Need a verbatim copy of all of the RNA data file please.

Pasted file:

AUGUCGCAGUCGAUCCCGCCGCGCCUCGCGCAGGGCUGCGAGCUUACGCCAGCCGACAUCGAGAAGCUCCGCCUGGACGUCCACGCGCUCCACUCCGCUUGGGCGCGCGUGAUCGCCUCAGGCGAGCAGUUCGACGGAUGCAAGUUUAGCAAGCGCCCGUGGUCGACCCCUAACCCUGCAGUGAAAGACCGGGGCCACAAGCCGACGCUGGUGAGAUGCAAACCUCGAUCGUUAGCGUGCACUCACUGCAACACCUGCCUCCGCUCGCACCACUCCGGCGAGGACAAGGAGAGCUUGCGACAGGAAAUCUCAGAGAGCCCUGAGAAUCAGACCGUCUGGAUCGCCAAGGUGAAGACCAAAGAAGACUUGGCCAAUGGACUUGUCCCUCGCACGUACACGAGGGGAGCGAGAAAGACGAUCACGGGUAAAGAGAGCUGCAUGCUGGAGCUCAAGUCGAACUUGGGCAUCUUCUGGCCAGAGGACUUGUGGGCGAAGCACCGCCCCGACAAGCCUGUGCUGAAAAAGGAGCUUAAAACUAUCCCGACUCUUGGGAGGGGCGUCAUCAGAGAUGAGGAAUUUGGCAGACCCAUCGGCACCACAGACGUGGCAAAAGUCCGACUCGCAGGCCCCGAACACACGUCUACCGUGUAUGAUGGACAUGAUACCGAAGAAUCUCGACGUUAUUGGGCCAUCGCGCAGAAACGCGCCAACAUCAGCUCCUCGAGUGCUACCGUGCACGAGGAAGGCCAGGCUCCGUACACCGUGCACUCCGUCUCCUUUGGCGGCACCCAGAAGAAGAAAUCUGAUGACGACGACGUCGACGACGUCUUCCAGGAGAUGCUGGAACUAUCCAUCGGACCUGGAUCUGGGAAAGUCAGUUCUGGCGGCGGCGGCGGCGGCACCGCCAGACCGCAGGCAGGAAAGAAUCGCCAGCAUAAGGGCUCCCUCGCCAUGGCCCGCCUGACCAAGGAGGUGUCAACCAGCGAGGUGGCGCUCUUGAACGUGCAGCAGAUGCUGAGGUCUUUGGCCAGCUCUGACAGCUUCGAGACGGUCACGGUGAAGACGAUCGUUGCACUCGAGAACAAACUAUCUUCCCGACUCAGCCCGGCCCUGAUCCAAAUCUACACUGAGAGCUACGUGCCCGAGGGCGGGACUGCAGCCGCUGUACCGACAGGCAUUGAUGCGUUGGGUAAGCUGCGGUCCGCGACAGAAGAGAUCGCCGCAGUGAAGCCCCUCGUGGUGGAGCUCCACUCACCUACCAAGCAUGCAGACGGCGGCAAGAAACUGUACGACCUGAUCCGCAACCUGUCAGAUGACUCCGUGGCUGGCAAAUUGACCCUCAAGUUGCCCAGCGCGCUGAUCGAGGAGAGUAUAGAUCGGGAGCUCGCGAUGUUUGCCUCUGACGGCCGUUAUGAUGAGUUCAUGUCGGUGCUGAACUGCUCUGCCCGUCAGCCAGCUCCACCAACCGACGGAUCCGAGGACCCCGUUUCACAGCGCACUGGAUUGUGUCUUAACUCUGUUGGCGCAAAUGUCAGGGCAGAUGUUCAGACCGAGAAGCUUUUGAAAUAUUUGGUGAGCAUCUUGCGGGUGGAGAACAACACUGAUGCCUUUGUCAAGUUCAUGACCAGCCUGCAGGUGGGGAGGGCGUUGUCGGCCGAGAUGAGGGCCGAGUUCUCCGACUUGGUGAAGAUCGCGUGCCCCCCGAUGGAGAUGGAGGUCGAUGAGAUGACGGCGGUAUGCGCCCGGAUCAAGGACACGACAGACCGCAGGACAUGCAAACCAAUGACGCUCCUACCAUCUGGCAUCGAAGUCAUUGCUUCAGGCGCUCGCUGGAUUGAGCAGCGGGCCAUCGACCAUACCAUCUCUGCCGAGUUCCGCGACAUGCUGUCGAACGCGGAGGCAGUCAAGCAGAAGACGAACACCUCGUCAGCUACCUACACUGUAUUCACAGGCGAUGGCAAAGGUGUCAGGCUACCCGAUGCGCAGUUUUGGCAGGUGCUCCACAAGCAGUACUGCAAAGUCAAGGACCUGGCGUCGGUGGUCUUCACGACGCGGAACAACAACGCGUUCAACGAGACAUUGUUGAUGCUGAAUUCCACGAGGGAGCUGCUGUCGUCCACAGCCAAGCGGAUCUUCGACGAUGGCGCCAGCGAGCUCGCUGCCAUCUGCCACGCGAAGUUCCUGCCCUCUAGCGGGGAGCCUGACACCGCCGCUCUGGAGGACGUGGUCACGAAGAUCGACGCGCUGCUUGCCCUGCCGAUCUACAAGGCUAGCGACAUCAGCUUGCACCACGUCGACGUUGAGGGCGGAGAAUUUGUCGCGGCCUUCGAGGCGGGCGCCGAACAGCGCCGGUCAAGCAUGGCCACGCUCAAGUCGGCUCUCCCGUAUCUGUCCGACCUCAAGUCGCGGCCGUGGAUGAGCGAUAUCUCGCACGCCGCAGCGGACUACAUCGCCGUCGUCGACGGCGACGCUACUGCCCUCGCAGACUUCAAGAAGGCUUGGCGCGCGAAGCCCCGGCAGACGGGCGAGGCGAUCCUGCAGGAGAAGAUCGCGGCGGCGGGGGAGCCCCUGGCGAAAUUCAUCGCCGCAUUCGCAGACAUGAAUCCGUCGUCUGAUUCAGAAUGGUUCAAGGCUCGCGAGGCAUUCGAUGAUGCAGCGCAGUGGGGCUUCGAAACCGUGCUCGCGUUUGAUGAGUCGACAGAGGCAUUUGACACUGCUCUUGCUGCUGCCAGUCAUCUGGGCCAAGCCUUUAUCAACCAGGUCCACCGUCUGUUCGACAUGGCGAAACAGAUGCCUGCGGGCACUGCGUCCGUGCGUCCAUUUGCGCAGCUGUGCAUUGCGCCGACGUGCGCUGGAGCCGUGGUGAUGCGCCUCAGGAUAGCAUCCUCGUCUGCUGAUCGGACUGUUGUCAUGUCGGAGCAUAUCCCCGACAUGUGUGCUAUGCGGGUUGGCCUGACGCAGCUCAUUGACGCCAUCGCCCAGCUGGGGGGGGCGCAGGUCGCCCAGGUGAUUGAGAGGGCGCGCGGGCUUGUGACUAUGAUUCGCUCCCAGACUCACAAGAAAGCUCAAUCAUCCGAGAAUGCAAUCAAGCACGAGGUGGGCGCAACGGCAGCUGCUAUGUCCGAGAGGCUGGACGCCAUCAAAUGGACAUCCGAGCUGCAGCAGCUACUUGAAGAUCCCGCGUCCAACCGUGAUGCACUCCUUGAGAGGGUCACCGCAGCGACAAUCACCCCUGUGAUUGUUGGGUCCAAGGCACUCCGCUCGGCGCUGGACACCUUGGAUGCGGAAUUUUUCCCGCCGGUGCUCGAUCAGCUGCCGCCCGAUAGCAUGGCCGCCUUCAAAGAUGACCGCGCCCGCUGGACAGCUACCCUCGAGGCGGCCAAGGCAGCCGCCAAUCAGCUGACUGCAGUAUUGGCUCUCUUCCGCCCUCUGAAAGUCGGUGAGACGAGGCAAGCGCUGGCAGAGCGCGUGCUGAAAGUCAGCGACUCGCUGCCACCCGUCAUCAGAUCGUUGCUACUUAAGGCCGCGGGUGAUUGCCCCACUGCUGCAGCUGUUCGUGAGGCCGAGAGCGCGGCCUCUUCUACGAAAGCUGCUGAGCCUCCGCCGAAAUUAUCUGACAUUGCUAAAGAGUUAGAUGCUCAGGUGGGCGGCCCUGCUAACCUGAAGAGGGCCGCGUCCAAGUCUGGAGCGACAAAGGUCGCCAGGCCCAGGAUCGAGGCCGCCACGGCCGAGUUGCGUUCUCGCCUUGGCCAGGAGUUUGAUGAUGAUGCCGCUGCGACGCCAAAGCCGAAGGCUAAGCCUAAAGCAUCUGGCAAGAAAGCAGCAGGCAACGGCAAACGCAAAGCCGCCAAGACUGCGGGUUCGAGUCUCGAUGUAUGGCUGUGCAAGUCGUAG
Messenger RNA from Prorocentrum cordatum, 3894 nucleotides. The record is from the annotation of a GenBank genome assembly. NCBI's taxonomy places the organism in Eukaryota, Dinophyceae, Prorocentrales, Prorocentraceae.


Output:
AUGUCGCAGUCGAUCCCGCCGCGCCUCGCGCAGGGCUGCGAGCUUACGCCAGCCGACAUCGAGAAGCUCCGCCUGGACGUCCACGCGCUCCACUCCGCUUGGGCGCGCGUGAUCGCCUCAGGCGAGCAGUUCGACGGAUGCAAGUUUAGCAAGCGCCCGUGGUCGACCCCUAACCCUGCAGUGAAAGACCGGGGCCACAAGCCGACGCUGGUGAGAUGCAAACCUCGAUCGUUAGCGUGCACUCACUGCAACACCUGCCUCCGCUCGCACCACUCCGGCGAGGACAAGGAGAGCUUGCGACAGGAAAUCUCAGAGAGCCCUGAGAAUCAGACCGUCUGGAUCGCCAAGGUGAAGACCAAAGAAGACUUGGCCAAUGGACUUGUCCCUCGCACGUACACGAGGGGAGCGAGAAAGACGAUCACGGGUAAAGAGAGCUGCAUGCUGGAGCUCAAGUCGAACUUGGGCAUCUUCUGGCCAGAGGACUUGUGGGCGAAGCACCGCCCCGACAAGCCUGUGCUGAAAAAGGAGCUUAAAACUAUCCCGACUCUUGGGAGGGGCGUCAUCAGAGAUGAGGAAUUUGGCAGACCCAUCGGCACCACAGACGUGGCAAAAGUCCGACUCGCAGGCCCCGAACACACGUCUACCGUGUAUGAUGGACAUGAUACCGAAGAAUCUCGACGUUAUUGGGCCAUCGCGCAGAAACGCGCCAACAUCAGCUCCUCGAGUGCUACCGUGCACGAGGAAGGCCAGGCUCCGUACACCGUGCACUCCGUCUCCUUUGGCGGCACCCAGAAGAAGAAAUCUGAUGACGACGACGUCGACGACGUCUUCCAGGAGAUGCUGGAACUAUCCAUCGGACCUGGAUCUGGGAAAGUCAGUUCUGGCGGCGGCGGCGGCGGCACCGCCAGACCGCAGGCAGGAAAGAAUCGCCAGCAUAAGGGCUCCCUCGCCAUGGCCCGCCUGACCAAGGAGGUGUCAACCAGCGAGGUGGCGCUCUUGAACGUGCAGCAGAUGCUGAGGUCUUUGGCCAGCUCUGACAGCUUCGAGACGGUCACGGUGAAGACGAUCGUUGCACUCGAGAACAAACUAUCUUCCCGACUCAGCCCGGCCCUGAUCCAAAUCUACACUGAGAGCUACGUGCCCGAGGGCGGGACUGCAGCCGCUGUACCGACAGGCAUUGAUGCGUUGGGUAAGCUGCGGUCCGCGACAGAAGAGAUCGCCGCAGUGAAGCCCCUCGUGGUGGAGCUCCACUCACCUACCAAGCAUGCAGACGGCGGCAAGAAACUGUACGACCUGAUCCGCAACCUGUCAGAUGACUCCGUGGCUGGCAAAUUGACCCUCAAGUUGCCCAGCGCGCUGAUCGAGGAGAGUAUAGAUCGGGAGCUCGCGAUGUUUGCCUCUGACGGCCGUUAUGAUGAGUUCAUGUCGGUGCUGAACUGCUCUGCCCGUCAGCCAGCUCCACCAACCGACGGAUCCGAGGACCCCGUUUCACAGCGCACUGGAUUGUGUCUUAACUCUGUUGGCGCAAAUGUCAGGGCAGAUGUUCAGACCGAGAAGCUUUUGAAAUAUUUGGUGAGCAUCUUGCGGGUGGAGAACAACACUGAUGCCUUUGUCAAGUUCAUGACCAGCCUGCAGGUGGGGAGGGCGUUGUCGGCCGAGAUGAGGGCCGAGUUCUCCGACUUGGUGAAGAUCGCGUGCCCCCCGAUGGAGAUGGAGGUCGAUGAGAUGACGGCGGUAUGCGCCCGGAUCAAGGACACGACAGACCGCAGGACAUGCAAACCAAUGACGCUCCUACCAUCUGGCAUCGAAGUCAUUGCUUCAGGCGCUCGCUGGAUUGAGCAGCGGGCCAUCGACCAUACCAUCUCUGCCGAGUUCCGCGACAUGCUGUCGAACGCGGAGGCAGUCAAGCAGAAGACGAACACCUCGUCAGCUACCUACACUGUAUUCACAGGCGAUGGCAAAGGUGUCAGGCUACCCGAUGCGCAGUUUUGGCAGGUGCUCCACAAGCAGUACUGCAAAGUCAAGGACCUGGCGUCGGUGGUCUUCACGACGCGGAACAACAACGCGUUCAACGAGACAUUGUUGAUGCUGAAUUCCACGAGGGAGCUGCUGUCGUCCACAGCCAAGCGGAUCUUCGACGAUGGCGCCAGCGAGCUCGCUGCCAUCUGCCACGCGAAGUUCCUGCCCUCUAGCGGGGAGCCUGACACCGCCGCUCUGGAGGACGUGGUCACGAAGAUCGACGCGCUGCUUGCCCUGCCGAUCUACAAGGCUAGCGACAUCAGCUUGCACCACGUCGACGUUGAGGGCGGAGAAUUUGUCGCGGCCUUCGAGGCGGGCGCCGAACAGCGCCGGUCAAGCAUGGCCACGCUCAAGUCGGCUCUCCCGUAUCUGUCCGACCUCAAGUCGCGGCCGUGGAUGAGCGAUAUCUCGCACGCCGCAGCGGACUACAUCGCCGUCGUCGACGGCGACGCUACUGCCCUCGCAGACUUCAAGAAGGCUUGGCGCGCGAAGCCCCGGCAGACGGGCGAGGCGAUCCUGCAGGAGAAGAUCGCGGCGGCGGGGGAGCCCCUGGCGAAAUUCAUCGCCGCAUUCGCAGACAUGAAUCCGUCGUCUGAUUCAGAAUGGUUCAAGGCUCGCGAGGCAUUCGAUGAUGCAGCGCAGUGGGGCUUCGAAACCGUGCUCGCGUUUGAUGAGUCGACAGAGGCAUUUGACACUGCUCUUGCUGCUGCCAGUCAUCUGGGCCAAGCCUUUAUCAACCAGGUCCACCGUCUGUUCGACAUGGCGAAACAGAUGCCUGCGGGCACUGCGUCCGUGCGUCCAUUUGCGCAGCUGUGCAUUGCGCCGACGUGCGCUGGAGCCGUGGUGAUGCGCCUCAGGAUAGCAUCCUCGUCUGCUGAUCGGACUGUUGUCAUGUCGGAGCAUAUCCCCGACAUGUGUGCUAUGCGGGUUGGCCUGACGCAGCUCAUUGACGCCAUCGCCCAGCUGGGGGGGGCGCAGGUCGCCCAGGUGAUUGAGAGGGCGCGCGGGCUUGUGACUAUGAUUCGCUCCCAGACUCACAAGAAAGCUCAAUCAUCCGAGAAUGCAAUCAAGCACGAGGUGGGCGCAACGGCAGCUGCUAUGUCCGAGAGGCUGGACGCCAUCAAAUGGACAUCCGAGCUGCAGCAGCUACUUGAAGAUCCCGCGUCCAACCGUGAUGCACUCCUUGAGAGGGUCACCGCAGCGACAAUCACCCCUGUGAUUGUUGGGUCCAAGGCACUCCGCUCGGCGCUGGACACCUUGGAUGCGGAAUUUUUCCCGCCGGUGCUCGAUCAGCUGCCGCCCGAUAGCAUGGCCGCCUUCAAAGAUGACCGCGCCCGCUGGACAGCUACCCUCGAGGCGGCCAAGGCAGCCGCCAAUCAGCUGACUGCAGUAUUGGCUCUCUUCCGCCCUCUGAAAGUCGGUGAGACGAGGCAAGCGCUGGCAGAGCGCGUGCUGAAAGUCAGCGACUCGCUGCCACCCGUCAUCAGAUCGUUGCUACUUAAGGCCGCGGGUGAUUGCCCCACUGCUGCAGCUGUUCGUGAGGCCGAGAGCGCGGCCUCUUCUACGAAAGCUGCUGAGCCUCCGCCGAAAUUAUCUGACAUUGCUAAAGAGUUAGAUGCUCAGGUGGGCGGCCCUGCUAACCUGAAGAGGGCCGCGUCCAAGUCUGGAGCGACAAAGGUCGCCAGGCCCAGGAUCGAGGCCGCCACGGCCGAGUUGCGUUCUCGCCUUGGCCAGGAGUUUGAUGAUGAUGCCGCUGCGACGCCAAAGCCGAAGGCUAAGCCUAAAGCAUCUGGCAAGAAAGCAGCAGGCAACGGCAAACGCAAAGCCGCCAAGACUGCGGGUUCGAGUCUCGAUGUAUGGCUGUGCAAGUCGUAG
Messenger RNA from Prorocentrum cordatum, 3894 nucleotides. The record is from the annotation of a GenBank genome assembly. NCBI's taxonomy places the organism in Eukaryota, Dinophyceae, Prorocentrales, Prorocentraceae.